The younger writers are so self-conscious, so steeped in a certain kind of liberal education, that their characters can’t condone even their own sexual impulses; they are, in short, too cool for sex. Even the mildest display of male aggression is a sign of being overly hopeful, overly earnest or politically untoward. For a character to feel himself, even fleetingly, a conquering hero is somehow passé. More precisely, for a character to attach too much importance to sex, or aspiration to it, to believe that it might be a force that could change things, and possibly for the better, would be hopelessly retrograde. Passivity, a paralyzed sweetness, a deep ambivalence about sexual appetite, are somehow taken as signs of a complex and admirable inner life.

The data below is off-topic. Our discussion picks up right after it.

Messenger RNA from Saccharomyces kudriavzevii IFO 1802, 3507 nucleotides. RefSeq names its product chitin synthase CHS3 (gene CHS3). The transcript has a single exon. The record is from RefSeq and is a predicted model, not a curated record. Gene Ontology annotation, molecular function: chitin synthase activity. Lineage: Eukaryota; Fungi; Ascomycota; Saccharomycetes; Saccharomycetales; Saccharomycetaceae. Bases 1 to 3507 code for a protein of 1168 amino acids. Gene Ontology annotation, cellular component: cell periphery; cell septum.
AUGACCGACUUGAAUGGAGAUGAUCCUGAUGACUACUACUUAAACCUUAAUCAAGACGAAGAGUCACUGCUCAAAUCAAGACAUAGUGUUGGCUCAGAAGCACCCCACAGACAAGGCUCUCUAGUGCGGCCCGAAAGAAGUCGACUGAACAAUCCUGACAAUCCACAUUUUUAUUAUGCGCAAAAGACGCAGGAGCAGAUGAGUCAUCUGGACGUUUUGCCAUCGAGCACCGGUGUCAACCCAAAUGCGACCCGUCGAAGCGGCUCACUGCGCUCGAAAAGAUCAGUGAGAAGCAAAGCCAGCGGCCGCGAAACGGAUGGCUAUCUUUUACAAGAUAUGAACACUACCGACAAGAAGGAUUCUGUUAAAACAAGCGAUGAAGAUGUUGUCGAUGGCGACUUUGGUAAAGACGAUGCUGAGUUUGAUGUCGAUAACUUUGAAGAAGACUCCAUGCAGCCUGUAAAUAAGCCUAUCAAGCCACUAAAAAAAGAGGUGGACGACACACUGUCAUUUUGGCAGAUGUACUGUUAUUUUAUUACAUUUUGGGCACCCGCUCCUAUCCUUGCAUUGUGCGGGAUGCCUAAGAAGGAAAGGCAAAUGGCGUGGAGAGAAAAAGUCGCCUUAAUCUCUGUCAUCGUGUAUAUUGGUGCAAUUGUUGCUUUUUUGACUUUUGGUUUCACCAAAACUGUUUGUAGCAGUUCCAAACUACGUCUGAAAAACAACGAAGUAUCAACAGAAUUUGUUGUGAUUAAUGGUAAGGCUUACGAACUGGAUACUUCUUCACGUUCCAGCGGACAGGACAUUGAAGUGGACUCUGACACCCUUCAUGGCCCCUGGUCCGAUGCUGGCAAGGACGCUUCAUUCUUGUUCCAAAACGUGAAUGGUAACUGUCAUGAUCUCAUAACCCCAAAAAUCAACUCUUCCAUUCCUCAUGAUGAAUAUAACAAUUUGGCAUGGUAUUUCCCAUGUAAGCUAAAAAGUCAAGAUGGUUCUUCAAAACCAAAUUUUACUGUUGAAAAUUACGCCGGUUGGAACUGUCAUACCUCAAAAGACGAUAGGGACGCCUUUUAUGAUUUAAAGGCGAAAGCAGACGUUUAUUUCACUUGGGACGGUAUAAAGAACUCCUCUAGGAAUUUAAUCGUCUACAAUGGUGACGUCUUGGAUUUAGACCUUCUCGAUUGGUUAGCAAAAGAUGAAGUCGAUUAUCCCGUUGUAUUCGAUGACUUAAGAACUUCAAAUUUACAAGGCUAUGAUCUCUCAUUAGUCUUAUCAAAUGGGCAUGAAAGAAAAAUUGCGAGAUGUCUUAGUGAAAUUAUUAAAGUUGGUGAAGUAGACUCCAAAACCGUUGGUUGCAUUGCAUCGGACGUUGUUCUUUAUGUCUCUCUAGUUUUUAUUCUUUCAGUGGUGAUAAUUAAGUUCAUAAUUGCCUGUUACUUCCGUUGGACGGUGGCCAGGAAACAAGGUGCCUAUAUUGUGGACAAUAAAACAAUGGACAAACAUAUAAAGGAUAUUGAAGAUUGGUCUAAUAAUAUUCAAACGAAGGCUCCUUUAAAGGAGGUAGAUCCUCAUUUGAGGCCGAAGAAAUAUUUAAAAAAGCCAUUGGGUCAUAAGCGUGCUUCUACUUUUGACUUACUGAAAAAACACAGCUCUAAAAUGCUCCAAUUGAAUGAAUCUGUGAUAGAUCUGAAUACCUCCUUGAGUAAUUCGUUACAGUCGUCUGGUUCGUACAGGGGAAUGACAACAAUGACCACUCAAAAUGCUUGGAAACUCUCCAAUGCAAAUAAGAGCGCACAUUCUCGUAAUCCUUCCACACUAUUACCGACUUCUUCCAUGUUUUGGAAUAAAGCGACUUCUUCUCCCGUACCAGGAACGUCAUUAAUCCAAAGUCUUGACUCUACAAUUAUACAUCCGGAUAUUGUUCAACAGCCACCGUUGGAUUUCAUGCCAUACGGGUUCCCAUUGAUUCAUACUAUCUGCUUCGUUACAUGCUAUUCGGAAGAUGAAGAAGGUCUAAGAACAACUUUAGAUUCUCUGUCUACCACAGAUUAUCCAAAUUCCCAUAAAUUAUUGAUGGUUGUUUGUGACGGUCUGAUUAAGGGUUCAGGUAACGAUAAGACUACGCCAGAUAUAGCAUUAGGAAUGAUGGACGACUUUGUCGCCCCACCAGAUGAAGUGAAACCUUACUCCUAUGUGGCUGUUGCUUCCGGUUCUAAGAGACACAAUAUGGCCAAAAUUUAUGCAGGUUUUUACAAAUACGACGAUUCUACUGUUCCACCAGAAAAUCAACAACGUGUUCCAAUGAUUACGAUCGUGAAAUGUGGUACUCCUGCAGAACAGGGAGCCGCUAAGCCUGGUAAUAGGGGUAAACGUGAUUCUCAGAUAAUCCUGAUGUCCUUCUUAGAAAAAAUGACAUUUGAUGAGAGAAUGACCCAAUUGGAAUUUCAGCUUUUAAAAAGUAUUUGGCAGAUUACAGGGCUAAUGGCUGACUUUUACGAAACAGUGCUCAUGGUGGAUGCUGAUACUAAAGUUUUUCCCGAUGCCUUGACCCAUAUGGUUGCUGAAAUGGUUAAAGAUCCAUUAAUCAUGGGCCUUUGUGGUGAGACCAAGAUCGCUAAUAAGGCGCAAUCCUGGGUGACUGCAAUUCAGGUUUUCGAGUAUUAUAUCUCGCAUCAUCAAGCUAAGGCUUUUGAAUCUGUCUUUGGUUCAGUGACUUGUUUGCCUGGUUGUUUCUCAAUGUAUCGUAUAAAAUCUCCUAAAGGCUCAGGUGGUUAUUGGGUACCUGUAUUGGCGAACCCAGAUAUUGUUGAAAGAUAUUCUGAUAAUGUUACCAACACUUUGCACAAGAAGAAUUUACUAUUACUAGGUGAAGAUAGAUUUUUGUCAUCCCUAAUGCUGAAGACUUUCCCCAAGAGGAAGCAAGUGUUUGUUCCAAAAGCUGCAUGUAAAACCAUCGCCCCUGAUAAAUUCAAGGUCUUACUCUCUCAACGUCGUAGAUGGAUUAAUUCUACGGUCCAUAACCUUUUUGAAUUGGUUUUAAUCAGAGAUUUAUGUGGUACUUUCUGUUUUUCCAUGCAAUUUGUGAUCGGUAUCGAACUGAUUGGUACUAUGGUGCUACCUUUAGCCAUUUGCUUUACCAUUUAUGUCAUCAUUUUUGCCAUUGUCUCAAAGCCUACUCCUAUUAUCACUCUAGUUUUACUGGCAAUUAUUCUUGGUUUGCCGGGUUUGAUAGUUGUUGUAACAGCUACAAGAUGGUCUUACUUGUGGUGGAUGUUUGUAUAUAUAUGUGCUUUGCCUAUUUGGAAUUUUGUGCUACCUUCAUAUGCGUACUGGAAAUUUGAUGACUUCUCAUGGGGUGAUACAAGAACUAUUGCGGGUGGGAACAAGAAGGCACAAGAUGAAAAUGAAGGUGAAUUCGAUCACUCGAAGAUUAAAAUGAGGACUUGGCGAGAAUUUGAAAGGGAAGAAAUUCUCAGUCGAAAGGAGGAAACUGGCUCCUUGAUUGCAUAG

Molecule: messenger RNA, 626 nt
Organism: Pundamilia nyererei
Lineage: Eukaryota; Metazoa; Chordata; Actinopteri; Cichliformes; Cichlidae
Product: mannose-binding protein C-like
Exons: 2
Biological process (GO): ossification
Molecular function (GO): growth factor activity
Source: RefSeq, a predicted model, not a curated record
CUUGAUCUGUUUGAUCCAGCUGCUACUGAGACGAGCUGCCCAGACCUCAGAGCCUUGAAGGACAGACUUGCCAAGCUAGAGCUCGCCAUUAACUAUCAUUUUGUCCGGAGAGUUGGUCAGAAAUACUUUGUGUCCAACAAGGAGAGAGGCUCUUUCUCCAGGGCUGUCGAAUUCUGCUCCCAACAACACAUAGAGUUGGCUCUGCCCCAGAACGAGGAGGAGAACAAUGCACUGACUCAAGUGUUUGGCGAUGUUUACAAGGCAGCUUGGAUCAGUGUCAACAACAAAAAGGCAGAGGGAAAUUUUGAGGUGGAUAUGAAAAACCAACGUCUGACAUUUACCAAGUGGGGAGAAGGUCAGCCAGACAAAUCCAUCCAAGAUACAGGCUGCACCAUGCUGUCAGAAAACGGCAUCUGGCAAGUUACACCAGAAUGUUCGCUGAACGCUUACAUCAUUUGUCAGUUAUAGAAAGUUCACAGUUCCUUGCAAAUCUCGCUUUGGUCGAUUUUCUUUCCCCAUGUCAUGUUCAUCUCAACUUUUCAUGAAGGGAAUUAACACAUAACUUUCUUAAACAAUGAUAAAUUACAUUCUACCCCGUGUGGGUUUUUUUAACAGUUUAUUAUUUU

Wednesday, January 06, 2010
'...a certain vanished grandeur...'
Yet another reason I love Katie Roiphe (read the full essay in the Jan 3 NYT book review for many more reasons) -- here she's talking about guys like Dave Eggers and Benjamin Kunkel, in contrast with the old rogues, Updike and Bellow and Mailer and Roth: